‘Lies,’ The Knickerbockers

knickerbockers

The Knickerbockers (from left, bassist John Charles, drummer Jimmy Walker, singer-saxophonist Buddy Randell and John Charles’ brother, guitarist Beau Charles).

Buddy Randell had the experience of being a one-hit wonder — twice. In 1958, Randell (then still known by his birth name, Billy Crandall) played sax for the Bergenfield-based Royal Teens on their novelty hit, “Short Shorts.” And in 1965, he sang lead on “Lies” by another Bergenfield-based group, The Knickerbockers, named for Bergen County’s Knickerbocker Road.

“Short Shorts” may be slightly more well known, but “Lies” is famous, in its own right, as the song that probably represents the best attempt by an American band to sound just like The Beatles. Check out the link below, in which band members lip-sync to the single, if you don’t believe me.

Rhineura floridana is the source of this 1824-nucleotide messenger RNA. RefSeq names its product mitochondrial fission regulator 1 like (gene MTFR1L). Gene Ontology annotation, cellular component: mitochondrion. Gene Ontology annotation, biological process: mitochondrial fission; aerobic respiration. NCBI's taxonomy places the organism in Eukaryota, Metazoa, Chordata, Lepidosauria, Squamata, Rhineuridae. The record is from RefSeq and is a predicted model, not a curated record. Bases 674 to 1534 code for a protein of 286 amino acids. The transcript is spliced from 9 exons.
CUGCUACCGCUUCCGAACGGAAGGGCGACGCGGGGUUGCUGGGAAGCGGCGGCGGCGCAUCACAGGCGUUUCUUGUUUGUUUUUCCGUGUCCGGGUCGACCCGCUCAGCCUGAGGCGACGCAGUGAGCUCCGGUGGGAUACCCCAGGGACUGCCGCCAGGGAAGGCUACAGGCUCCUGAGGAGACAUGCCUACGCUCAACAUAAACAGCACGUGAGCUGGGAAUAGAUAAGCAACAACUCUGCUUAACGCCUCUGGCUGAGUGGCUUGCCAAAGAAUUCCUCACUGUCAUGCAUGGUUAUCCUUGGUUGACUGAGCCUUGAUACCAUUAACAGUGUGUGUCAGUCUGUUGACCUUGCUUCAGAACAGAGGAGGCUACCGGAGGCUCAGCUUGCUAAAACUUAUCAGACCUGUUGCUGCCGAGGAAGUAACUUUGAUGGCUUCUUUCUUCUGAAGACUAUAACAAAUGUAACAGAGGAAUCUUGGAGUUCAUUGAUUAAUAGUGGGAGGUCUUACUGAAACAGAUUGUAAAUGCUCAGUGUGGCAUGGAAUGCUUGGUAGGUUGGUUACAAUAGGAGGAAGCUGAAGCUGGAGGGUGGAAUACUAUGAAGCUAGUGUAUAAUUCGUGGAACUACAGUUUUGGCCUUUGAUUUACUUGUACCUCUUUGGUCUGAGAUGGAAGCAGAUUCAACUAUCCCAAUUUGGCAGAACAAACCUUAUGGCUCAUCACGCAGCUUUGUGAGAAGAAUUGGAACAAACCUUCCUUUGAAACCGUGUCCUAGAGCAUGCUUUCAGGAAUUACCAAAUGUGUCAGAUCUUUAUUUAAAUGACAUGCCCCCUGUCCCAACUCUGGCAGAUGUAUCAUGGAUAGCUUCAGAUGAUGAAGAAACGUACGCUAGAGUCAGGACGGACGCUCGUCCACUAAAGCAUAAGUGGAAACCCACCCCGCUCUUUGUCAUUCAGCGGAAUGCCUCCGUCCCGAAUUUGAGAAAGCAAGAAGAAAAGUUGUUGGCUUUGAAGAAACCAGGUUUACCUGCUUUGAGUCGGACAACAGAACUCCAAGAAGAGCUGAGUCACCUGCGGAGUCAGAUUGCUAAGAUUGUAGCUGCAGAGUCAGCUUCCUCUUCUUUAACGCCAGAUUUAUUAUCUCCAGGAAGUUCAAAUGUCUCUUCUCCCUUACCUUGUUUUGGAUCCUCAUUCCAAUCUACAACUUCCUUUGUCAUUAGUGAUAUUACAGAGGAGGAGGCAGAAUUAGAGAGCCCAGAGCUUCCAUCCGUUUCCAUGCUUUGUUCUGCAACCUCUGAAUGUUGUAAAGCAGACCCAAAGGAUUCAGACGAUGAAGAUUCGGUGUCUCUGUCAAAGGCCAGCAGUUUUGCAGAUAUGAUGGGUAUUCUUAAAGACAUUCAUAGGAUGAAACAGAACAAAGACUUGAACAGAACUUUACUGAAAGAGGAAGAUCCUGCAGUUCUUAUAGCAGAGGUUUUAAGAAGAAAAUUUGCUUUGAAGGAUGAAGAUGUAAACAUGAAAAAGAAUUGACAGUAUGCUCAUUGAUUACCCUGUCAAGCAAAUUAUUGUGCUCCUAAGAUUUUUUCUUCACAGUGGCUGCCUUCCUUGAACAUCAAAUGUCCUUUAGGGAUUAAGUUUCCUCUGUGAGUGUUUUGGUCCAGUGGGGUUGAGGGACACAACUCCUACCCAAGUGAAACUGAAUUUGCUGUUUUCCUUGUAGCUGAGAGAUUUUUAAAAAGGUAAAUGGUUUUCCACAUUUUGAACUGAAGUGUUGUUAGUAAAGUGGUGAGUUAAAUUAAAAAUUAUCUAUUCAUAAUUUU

The Knickerbockers had some more minor hits, but were done by 1970 (though there were some reunions). Randell became a born-again Christian and spent some time in the band Jerusalem Rivers; he died in 1998, at the age of 57.

The Knickerbockers achieved a sort of garage-rock immortality when “Lies” was featured on the much-revered 1972 anthology, Nuggets: Original Artyfacts from the First Psychedelic Era. A second Knickerbockers song, “One Track Mind,” made it onto the four-CD version of Nuggets that came out in 1998.

New Jersey celebrated its 350th birthday from Sept. 2014 to Sept. 2015. And in the 350 Jersey Songs series, we marked the occasion by posting 350 songs — one a day, for almost a year — that have something to do with the state, its musical history, or both. The complete list is here.

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